Wednesday, 17 April 2013

All four Tawny owlets were in their usual place, moving around restlessly and occasionally appearing at the front of the tree.

A small corner of a sleeping adult was also visible a few feet away, but not enought to tell which one it was. I haven't seen the male for several days, but I am sure he is in there somewhere.

The Little Owl was out early but retreated into his tree, despite the warm sunshine which should have brought him out. Probably there were too many people in the park for his liking.

More Willow Warblers seem to be appearing on the Long Water, though these unobtrusive little birds may have been here for a while and have only come to notice when they started singing. There was some excitement last year when one turned up; now we have nine. Blackcaps and Chiffchaffs were also singing, and the Song Thrush behind Peter Pan, who had fallen silent during the cold spell, has started up again.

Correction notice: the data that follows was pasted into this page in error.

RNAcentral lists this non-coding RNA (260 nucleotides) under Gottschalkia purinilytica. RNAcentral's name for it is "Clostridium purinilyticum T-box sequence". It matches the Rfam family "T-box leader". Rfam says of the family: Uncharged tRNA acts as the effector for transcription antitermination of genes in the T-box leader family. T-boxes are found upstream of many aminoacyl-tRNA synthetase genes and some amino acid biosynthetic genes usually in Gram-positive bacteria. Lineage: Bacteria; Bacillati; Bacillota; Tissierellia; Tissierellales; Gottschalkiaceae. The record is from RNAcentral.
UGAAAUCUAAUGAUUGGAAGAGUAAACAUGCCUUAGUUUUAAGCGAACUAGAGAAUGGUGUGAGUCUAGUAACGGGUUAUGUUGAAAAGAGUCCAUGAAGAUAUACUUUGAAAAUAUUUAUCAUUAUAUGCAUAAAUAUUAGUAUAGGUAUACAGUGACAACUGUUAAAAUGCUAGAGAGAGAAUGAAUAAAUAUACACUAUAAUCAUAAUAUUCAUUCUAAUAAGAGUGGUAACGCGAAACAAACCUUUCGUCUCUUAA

The pair of Egyptian Geese near Bluebird Boats still have their four young, and are keeping them very close, which is the right thing to do especially when Herring Gulls and Lesser Black-Backed Gulls are circling hungrily overhead.

They were, of course, being fed by everyone who passed with food. A pair of Red-Crested Pochards, which had just chased off a mallard, came to try to take the Egyptians' food and got chased off in its turn.

But no creature on the lake is as violent as the Mute Swans, which were charging each other all over the Serpentine.

A pair were investigating the place in the bushes on the Serpentine island where the dominant pair of swans always nests. But neither they nor any others have claimed the place yet. The swans that nested in the Lido reed bed last year seem to have given up a promising site in the reeds, and have settled down on the open shore of the lake between the two sections of the reed bad. I would say that the site is much too exposed, but perhaps swans know best.

The white patch above this Cormorant's leg shows that it is in breeding plumage.

It may not look like much to us, but any sign will do as long as another Cormorant can understand it.

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